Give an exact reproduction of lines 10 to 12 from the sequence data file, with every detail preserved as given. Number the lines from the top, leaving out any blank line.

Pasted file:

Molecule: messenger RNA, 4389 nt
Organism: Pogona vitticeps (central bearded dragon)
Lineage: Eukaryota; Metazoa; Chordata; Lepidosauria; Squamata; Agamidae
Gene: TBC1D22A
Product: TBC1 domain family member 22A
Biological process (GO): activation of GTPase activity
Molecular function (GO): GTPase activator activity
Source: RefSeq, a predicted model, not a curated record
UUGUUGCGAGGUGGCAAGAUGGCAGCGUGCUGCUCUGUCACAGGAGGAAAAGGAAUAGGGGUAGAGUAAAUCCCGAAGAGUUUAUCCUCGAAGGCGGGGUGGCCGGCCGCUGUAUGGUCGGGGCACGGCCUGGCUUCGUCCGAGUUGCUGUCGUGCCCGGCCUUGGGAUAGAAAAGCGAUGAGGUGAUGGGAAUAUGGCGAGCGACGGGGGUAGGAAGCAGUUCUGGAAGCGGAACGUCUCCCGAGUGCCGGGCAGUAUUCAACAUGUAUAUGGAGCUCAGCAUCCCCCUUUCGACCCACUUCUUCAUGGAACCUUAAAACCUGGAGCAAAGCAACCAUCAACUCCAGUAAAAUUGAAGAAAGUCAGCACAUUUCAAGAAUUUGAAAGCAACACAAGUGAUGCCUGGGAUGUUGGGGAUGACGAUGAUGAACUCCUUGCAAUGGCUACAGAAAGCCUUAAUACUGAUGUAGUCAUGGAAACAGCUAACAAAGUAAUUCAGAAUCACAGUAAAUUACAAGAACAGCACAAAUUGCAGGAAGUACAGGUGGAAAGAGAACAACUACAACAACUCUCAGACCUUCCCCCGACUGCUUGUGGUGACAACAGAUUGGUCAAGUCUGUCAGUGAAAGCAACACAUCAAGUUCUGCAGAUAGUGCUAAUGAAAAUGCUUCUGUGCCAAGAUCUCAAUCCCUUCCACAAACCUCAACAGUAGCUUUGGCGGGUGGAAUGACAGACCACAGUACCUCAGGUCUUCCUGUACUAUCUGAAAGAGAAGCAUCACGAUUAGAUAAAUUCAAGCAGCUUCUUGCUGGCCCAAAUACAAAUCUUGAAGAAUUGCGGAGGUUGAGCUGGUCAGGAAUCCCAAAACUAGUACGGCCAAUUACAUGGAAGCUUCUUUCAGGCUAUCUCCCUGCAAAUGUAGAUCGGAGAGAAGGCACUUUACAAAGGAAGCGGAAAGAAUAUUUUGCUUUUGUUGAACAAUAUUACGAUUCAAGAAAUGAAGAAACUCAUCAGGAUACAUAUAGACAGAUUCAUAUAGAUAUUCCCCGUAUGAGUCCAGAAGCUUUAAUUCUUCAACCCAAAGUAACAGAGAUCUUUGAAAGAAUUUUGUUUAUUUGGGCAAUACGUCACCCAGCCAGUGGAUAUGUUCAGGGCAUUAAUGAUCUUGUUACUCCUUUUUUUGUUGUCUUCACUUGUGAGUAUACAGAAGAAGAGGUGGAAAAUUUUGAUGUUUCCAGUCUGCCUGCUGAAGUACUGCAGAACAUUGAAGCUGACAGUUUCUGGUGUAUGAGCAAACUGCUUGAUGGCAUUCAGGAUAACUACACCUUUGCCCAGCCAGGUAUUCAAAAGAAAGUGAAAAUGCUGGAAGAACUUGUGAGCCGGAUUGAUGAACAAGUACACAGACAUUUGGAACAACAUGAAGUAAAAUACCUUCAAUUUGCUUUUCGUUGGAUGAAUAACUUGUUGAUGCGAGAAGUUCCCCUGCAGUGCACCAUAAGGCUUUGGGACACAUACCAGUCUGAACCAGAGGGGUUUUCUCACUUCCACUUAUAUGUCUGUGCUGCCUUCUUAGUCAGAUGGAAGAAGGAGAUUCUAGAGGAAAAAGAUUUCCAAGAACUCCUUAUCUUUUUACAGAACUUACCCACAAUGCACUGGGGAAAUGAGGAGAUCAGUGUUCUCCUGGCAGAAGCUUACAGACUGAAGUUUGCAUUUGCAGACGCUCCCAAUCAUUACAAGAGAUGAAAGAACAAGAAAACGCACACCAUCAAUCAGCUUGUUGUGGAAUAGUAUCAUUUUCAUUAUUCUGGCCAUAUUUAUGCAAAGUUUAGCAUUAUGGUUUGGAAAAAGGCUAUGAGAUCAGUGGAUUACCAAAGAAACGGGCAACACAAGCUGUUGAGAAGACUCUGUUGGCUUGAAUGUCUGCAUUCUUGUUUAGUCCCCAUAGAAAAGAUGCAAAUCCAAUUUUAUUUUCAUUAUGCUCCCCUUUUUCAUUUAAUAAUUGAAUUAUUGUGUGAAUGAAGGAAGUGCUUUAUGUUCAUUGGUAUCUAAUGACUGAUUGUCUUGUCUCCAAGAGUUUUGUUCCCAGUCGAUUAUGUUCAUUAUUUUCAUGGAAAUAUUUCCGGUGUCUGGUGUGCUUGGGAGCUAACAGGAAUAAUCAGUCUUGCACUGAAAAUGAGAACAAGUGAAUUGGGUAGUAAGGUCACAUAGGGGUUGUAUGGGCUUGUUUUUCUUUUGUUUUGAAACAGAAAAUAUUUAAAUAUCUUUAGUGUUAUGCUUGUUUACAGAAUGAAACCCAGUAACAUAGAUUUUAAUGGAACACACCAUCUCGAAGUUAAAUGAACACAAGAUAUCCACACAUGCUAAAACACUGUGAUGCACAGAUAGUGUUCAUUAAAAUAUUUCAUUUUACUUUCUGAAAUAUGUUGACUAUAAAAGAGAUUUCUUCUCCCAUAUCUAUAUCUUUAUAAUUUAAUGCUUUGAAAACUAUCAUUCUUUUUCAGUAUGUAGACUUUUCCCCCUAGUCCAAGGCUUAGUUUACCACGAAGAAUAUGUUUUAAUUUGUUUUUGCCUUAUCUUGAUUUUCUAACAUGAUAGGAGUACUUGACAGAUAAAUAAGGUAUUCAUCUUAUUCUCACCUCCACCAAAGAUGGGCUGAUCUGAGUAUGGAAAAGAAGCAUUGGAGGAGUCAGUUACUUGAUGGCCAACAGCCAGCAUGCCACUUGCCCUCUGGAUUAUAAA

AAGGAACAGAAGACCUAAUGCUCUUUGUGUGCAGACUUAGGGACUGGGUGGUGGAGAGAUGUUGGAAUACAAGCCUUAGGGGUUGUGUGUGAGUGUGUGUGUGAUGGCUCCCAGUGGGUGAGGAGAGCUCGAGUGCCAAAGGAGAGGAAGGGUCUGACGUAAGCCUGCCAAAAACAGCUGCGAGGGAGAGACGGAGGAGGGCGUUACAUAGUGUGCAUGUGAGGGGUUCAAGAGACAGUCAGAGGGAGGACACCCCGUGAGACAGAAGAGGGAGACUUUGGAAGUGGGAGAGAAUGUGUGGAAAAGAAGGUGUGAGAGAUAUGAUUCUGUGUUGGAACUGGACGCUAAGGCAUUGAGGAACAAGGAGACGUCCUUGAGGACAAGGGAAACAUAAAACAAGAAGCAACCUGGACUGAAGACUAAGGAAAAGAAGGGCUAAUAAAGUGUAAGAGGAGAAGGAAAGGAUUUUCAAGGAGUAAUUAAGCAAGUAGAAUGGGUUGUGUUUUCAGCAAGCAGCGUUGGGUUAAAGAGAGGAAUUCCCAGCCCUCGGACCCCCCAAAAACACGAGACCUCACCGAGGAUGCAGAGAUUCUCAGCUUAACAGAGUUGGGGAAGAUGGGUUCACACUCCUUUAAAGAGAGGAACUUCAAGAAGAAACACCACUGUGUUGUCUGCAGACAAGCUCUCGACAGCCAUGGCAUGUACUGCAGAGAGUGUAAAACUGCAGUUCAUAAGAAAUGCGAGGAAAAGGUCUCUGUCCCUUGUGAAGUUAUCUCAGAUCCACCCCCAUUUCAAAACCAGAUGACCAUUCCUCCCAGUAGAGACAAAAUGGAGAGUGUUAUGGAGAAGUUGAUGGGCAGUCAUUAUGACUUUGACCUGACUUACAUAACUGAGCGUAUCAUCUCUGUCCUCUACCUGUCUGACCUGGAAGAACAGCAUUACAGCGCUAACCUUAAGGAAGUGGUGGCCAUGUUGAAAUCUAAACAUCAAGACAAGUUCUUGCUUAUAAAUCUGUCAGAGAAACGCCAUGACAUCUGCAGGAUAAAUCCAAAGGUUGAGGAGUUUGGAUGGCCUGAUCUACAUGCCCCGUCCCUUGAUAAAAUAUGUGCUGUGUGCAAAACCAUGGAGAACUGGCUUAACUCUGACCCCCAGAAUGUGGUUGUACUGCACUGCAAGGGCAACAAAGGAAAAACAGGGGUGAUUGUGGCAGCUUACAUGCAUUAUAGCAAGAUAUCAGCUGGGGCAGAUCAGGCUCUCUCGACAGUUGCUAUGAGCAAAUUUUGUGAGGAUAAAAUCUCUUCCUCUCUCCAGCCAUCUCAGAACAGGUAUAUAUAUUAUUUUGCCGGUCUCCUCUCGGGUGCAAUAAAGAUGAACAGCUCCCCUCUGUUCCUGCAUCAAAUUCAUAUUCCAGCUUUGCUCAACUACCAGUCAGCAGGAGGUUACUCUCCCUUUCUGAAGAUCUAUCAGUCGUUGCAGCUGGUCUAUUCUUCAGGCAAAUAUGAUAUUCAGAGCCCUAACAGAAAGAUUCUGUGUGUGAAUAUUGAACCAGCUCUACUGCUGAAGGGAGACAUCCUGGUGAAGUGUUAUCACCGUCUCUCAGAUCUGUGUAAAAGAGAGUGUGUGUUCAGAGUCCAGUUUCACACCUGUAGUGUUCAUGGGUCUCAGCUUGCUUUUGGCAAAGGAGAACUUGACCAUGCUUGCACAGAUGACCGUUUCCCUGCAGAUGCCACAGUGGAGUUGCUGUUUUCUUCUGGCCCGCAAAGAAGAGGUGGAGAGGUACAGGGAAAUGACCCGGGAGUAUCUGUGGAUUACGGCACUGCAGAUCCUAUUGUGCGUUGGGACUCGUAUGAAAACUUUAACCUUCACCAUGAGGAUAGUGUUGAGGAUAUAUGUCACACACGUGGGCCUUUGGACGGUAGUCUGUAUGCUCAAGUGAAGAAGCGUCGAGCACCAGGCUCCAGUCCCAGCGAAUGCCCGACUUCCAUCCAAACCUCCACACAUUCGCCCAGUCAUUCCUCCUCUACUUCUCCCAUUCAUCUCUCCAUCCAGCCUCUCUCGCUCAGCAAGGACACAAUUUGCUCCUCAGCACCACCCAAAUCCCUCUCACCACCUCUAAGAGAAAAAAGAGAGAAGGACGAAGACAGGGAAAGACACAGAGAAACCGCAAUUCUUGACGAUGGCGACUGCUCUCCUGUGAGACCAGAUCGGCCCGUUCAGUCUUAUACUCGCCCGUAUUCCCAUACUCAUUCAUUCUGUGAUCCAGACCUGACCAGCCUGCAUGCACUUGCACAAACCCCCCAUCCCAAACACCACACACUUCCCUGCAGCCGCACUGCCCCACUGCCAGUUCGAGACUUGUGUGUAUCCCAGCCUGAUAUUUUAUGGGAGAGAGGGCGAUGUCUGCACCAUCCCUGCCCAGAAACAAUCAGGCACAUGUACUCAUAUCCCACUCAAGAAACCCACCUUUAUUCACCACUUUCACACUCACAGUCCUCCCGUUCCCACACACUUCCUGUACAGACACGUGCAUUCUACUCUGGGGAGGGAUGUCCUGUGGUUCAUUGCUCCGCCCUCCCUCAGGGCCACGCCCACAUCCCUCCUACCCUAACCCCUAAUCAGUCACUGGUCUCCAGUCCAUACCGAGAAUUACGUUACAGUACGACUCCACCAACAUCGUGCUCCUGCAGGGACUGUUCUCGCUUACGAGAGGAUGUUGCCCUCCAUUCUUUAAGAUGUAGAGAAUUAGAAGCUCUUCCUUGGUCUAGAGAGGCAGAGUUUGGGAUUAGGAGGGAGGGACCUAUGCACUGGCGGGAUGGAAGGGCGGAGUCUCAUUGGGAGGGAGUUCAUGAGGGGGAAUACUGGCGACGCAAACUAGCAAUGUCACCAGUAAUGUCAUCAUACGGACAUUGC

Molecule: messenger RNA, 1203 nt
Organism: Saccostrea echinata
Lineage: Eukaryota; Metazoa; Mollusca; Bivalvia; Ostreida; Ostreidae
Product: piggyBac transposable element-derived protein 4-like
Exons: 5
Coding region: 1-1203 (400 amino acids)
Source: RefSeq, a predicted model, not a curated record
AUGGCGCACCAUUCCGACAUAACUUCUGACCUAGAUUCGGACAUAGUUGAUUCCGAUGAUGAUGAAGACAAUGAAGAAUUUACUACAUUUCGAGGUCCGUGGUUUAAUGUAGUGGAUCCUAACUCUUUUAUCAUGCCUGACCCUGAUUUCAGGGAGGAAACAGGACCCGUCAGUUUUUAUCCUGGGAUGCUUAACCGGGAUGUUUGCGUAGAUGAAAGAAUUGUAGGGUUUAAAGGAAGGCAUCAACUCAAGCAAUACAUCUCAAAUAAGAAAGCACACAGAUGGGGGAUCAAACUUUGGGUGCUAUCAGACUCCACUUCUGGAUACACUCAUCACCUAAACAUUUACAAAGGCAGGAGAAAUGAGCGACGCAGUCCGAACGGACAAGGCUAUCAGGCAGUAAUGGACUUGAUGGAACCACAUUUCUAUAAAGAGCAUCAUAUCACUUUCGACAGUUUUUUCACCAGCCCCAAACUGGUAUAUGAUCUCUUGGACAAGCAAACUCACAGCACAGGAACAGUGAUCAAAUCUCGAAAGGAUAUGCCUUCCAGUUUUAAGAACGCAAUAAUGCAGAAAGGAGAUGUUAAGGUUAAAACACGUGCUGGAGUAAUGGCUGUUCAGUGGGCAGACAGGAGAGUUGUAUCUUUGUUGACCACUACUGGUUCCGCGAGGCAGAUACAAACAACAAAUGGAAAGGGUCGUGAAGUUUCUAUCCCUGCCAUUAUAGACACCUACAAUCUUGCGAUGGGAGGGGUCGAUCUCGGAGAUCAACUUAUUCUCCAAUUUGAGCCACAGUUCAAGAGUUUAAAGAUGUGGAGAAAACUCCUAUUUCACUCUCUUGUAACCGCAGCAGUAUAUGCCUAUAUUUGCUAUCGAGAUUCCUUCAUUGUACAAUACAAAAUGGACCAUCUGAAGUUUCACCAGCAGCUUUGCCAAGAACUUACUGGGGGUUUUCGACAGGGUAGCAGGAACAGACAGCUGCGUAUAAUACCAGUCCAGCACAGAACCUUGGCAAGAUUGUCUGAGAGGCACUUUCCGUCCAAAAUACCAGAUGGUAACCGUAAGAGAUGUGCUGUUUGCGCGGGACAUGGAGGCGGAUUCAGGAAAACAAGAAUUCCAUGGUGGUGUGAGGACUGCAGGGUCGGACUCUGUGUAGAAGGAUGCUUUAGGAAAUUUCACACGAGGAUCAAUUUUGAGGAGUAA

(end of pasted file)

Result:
AAGGAACAGAAGACCUAAUGCUCUUUGUGUGCAGACUUAGGGACUGGGUGGUGGAGAGAUGUUGGAAUACAAGCCUUAGGGGUUGUGUGUGAGUGUGUGUGUGAUGGCUCCCAGUGGGUGAGGAGAGCUCGAGUGCCAAAGGAGAGGAAGGGUCUGACGUAAGCCUGCCAAAAACAGCUGCGAGGGAGAGACGGAGGAGGGCGUUACAUAGUGUGCAUGUGAGGGGUUCAAGAGACAGUCAGAGGGAGGACACCCCGUGAGACAGAAGAGGGAGACUUUGGAAGUGGGAGAGAAUGUGUGGAAAAGAAGGUGUGAGAGAUAUGAUUCUGUGUUGGAACUGGACGCUAAGGCAUUGAGGAACAAGGAGACGUCCUUGAGGACAAGGGAAACAUAAAACAAGAAGCAACCUGGACUGAAGACUAAGGAAAAGAAGGGCUAAUAAAGUGUAAGAGGAGAAGGAAAGGAUUUUCAAGGAGUAAUUAAGCAAGUAGAAUGGGUUGUGUUUUCAGCAAGCAGCGUUGGGUUAAAGAGAGGAAUUCCCAGCCCUCGGACCCCCCAAAAACACGAGACCUCACCGAGGAUGCAGAGAUUCUCAGCUUAACAGAGUUGGGGAAGAUGGGUUCACACUCCUUUAAAGAGAGGAACUUCAAGAAGAAACACCACUGUGUUGUCUGCAGACAAGCUCUCGACAGCCAUGGCAUGUACUGCAGAGAGUGUAAAACUGCAGUUCAUAAGAAAUGCGAGGAAAAGGUCUCUGUCCCUUGUGAAGUUAUCUCAGAUCCACCCCCAUUUCAAAACCAGAUGACCAUUCCUCCCAGUAGAGACAAAAUGGAGAGUGUUAUGGAGAAGUUGAUGGGCAGUCAUUAUGACUUUGACCUGACUUACAUAACUGAGCGUAUCAUCUCUGUCCUCUACCUGUCUGACCUGGAAGAACAGCAUUACAGCGCUAACCUUAAGGAAGUGGUGGCCAUGUUGAAAUCUAAACAUCAAGACAAGUUCUUGCUUAUAAAUCUGUCAGAGAAACGCCAUGACAUCUGCAGGAUAAAUCCAAAGGUUGAGGAGUUUGGAUGGCCUGAUCUACAUGCCCCGUCCCUUGAUAAAAUAUGUGCUGUGUGCAAAACCAUGGAGAACUGGCUUAACUCUGACCCCCAGAAUGUGGUUGUACUGCACUGCAAGGGCAACAAAGGAAAAACAGGGGUGAUUGUGGCAGCUUACAUGCAUUAUAGCAAGAUAUCAGCUGGGGCAGAUCAGGCUCUCUCGACAGUUGCUAUGAGCAAAUUUUGUGAGGAUAAAAUCUCUUCCUCUCUCCAGCCAUCUCAGAACAGGUAUAUAUAUUAUUUUGCCGGUCUCCUCUCGGGUGCAAUAAAGAUGAACAGCUCCCCUCUGUUCCUGCAUCAAAUUCAUAUUCCAGCUUUGCUCAACUACCAGUCAGCAGGAGGUUACUCUCCCUUUCUGAAGAUCUAUCAGUCGUUGCAGCUGGUCUAUUCUUCAGGCAAAUAUGAUAUUCAGAGCCCUAACAGAAAGAUUCUGUGUGUGAAUAUUGAACCAGCUCUACUGCUGAAGGGAGACAUCCUGGUGAAGUGUUAUCACCGUCUCUCAGAUCUGUGUAAAAGAGAGUGUGUGUUCAGAGUCCAGUUUCACACCUGUAGUGUUCAUGGGUCUCAGCUUGCUUUUGGCAAAGGAGAACUUGACCAUGCUUGCACAGAUGACCGUUUCCCUGCAGAUGCCACAGUGGAGUUGCUGUUUUCUUCUGGCCCGCAAAGAAGAGGUGGAGAGGUACAGGGAAAUGACCCGGGAGUAUCUGUGGAUUACGGCACUGCAGAUCCUAUUGUGCGUUGGGACUCGUAUGAAAACUUUAACCUUCACCAUGAGGAUAGUGUUGAGGAUAUAUGUCACACACGUGGGCCUUUGGACGGUAGUCUGUAUGCUCAAGUGAAGAAGCGUCGAGCACCAGGCUCCAGUCCCAGCGAAUGCCCGACUUCCAUCCAAACCUCCACACAUUCGCCCAGUCAUUCCUCCUCUACUUCUCCCAUUCAUCUCUCCAUCCAGCCUCUCUCGCUCAGCAAGGACACAAUUUGCUCCUCAGCACCACCCAAAUCCCUCUCACCACCUCUAAGAGAAAAAAGAGAGAAGGACGAAGACAGGGAAAGACACAGAGAAACCGCAAUUCUUGACGAUGGCGACUGCUCUCCUGUGAGACCAGAUCGGCCCGUUCAGUCUUAUACUCGCCCGUAUUCCCAUACUCAUUCAUUCUGUGAUCCAGACCUGACCAGCCUGCAUGCACUUGCACAAACCCCCCAUCCCAAACACCACACACUUCCCUGCAGCCGCACUGCCCCACUGCCAGUUCGAGACUUGUGUGUAUCCCAGCCUGAUAUUUUAUGGGAGAGAGGGCGAUGUCUGCACCAUCCCUGCCCAGAAACAAUCAGGCACAUGUACUCAUAUCCCACUCAAGAAACCCACCUUUAUUCACCACUUUCACACUCACAGUCCUCCCGUUCCCACACACUUCCUGUACAGACACGUGCAUUCUACUCUGGGGAGGGAUGUCCUGUGGUUCAUUGCUCCGCCCUCCCUCAGGGCCACGCCCACAUCCCUCCUACCCUAACCCCUAAUCAGUCACUGGUCUCCAGUCCAUACCGAGAAUUACGUUACAGUACGACUCCACCAACAUCGUGCUCCUGCAGGGACUGUUCUCGCUUACGAGAGGAUGUUGCCCUCCAUUCUUUAAGAUGUAGAGAAUUAGAAGCUCUUCCUUGGUCUAGAGAGGCAGAGUUUGGGAUUAGGAGGGAGGGACCUAUGCACUGGCGGGAUGGAAGGGCGGAGUCUCAUUGGGAGGGAGUUCAUGAGGGGGAAUACUGGCGACGCAAACUAGCAAUGUCACCAGUAAUGUCAUCAUACGGACAUUGC

Molecule: messenger RNA, 1203 nt
Organism: Saccostrea echinata